"The body always strives to achieve equilibrium between stored unresolved emotional issues, toxin retention, and the presence of pathogenic microbes. The reverse axiom: A patient cannot be 'detoxed' beyond the degree to which emotional issues are also released."

Klinghardt argues that detoxifying heavy metals, chemicals, and biotoxins cannot be completed if the patient's emotional and mental state remains in conflict and unresolved. Similarly, a patient who is infected with microorganisms will fail to be completely chelated and detoxified due to the organism burden. His approach to detoxification includes the use of energetic approaches – such as acupuncture and chiropractic – to deal with stresses the patient faces with energy dysfunction. As complicated as such an approach may be, the chronically ill patient has a better likelihood for a good outcome by considering the emotional and energetic components with the biochemical and biologic treatments.

Stephen Olmstead, MD
Dr. Olmstead is a cardiologist, but he writes in this issue about a microbiology topic – biofilms. I first had the opportunity to work with Dr. Olmstead more than ten years ago, when he was asked to design a study of the effects of intravenous chelation on cardiovascular disease. Although his study design passed muster with the National Institutes of Health, some doctor at the local university hospital thought that chelation was dangerous and didn't deserve to be studied. The university decided not to participate, and the chelation study was abandoned.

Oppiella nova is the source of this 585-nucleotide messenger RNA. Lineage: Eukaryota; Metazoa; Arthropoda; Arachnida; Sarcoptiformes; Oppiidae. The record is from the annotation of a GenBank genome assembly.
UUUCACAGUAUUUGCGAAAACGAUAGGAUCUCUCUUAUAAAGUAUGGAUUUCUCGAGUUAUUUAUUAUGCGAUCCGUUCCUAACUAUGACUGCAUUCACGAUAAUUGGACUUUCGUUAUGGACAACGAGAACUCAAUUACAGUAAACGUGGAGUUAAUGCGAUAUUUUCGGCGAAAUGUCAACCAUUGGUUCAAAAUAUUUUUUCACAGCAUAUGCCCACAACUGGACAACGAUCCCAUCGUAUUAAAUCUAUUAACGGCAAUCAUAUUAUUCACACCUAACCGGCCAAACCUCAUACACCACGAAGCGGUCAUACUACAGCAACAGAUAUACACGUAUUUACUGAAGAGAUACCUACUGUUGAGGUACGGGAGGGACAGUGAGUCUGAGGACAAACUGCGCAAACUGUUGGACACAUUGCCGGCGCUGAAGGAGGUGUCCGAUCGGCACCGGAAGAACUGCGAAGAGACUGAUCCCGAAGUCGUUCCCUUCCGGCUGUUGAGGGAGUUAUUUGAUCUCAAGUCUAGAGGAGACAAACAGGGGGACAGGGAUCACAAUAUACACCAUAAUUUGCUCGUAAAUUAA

Olmstead introduces us to biofilms – a new way to look at microorganism colonization in the gut. While we have been taught to consider organism infection to involve freely circulating organisms, what Olmstead refers to as "planktonic growth," it is more likely that organisms congregate in biofilms. The biofilm offers bacterial and fungal organisms a greater level of defense to resist pathogenic competitors and parasites, as well as chemicals and antibiotics. If the biofilm is indeed the new standard for microorganism colonization in the gut, mouth, and other tissues, the notion that we can depend on antibiotics to control infection appears to be fraught with failure. Olmstead proposes a strategy – curiously, also a triad strategy – to control the infective biofilm.


Jonathan Collin, MD